A Study Of Depression And Relationships

This essay has a total of 1117 words and 5 pages.

A Study Of Depression And Relationships

A Study of Depression and Relationships


A primary concern for Psychology research is depression. Depression
affects a great deal of our population and many aspects of an individual's
mental health and well-being. In my research of books, articles, and Internet
pages on depression, I chose to base my paper mainly on a 1994 article of a
study of depression, entitled Depression, Working Models of Others, and
Relationship Functioning, by Katherine B. Carnelley, Paula R. Pietromonaco, and
Kenneth Jaffe.
This study focuses on the idea that the type of care received in
childhood, positive or negative, has a great effect on relationship functioning
later in adulthood. But there are two links between child-rearing and
relationship functioning: attachment style and depression. Both derive from
the type of care received in childhood and affect relationship functioning, and
both exert a reciprocal influence on each other in adulthood. The researchers
of this study wanted to examine all the correlation's between type of care,
attachment style, depression, and relationship functioning. They proposed a
three part hypothesis: 1. A less positive childhood would result in an insecure
attachment style and depression, 2. Depressives would exhibit a preoccupied or
fearful style of attachment, and 3. attachment style would affect relationship
functioning more than depression.
The research was conducted in two independent studies. The first study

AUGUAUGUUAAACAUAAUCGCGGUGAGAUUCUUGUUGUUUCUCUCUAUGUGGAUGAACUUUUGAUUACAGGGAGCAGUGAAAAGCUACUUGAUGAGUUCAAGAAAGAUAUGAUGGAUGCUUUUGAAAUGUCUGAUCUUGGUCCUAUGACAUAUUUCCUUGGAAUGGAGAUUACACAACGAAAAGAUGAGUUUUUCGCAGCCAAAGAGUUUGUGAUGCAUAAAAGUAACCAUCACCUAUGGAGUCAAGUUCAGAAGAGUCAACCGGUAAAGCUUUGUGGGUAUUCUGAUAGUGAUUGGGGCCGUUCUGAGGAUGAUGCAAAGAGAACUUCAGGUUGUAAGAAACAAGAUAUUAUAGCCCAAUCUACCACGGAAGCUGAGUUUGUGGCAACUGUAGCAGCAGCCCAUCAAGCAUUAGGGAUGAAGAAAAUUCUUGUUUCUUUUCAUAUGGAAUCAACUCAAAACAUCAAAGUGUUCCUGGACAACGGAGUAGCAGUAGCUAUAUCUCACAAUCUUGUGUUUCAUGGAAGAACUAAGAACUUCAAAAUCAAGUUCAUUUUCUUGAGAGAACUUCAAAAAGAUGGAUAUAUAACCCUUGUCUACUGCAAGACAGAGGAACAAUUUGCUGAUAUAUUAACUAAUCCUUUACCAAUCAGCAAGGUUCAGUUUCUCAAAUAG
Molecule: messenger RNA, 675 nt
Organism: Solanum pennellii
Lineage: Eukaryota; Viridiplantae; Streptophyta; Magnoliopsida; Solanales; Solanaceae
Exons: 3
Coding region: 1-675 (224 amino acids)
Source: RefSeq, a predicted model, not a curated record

sampled 204 college women. Women were studied based on the very plausible
assumptions that women are more susceptible to depression than men and
relationships carry more significance with women than men. The women were
screened using the Beck Depression Inventory, a popular method of testing
consisting of 21 multiple choice questions to be administered by a clinician.
The questions range in scope from feelings of sadness to loss of libido. From
these results, a sample of 163 was taken: 73 whose scores indicated mild
depression. From this point the researchers administered various inventories to
assess the type of childhood care given, romantic attachment styles, and
relationship functioning.
Depression appears to be the independent variable, because the sample
was selected based on desired levels of depression. Once the distinction in
levels of depression had been made, childhood care, attachment style, and
relationship functioning were assessed in relation to depression.
The actual distinction between independent and dependent variables is
confusing. There are almost ten variables in this experiment: mild depression,
no depression, dating or not dating (101 out of 163 were involved in stable
dating relationships that averaged 19.99 months), positive or negative child-
rearing, attachment style (fearful, preoccupied, or secure), and relationship
functioning (overall satisfaction, quality of interactions with partner, and
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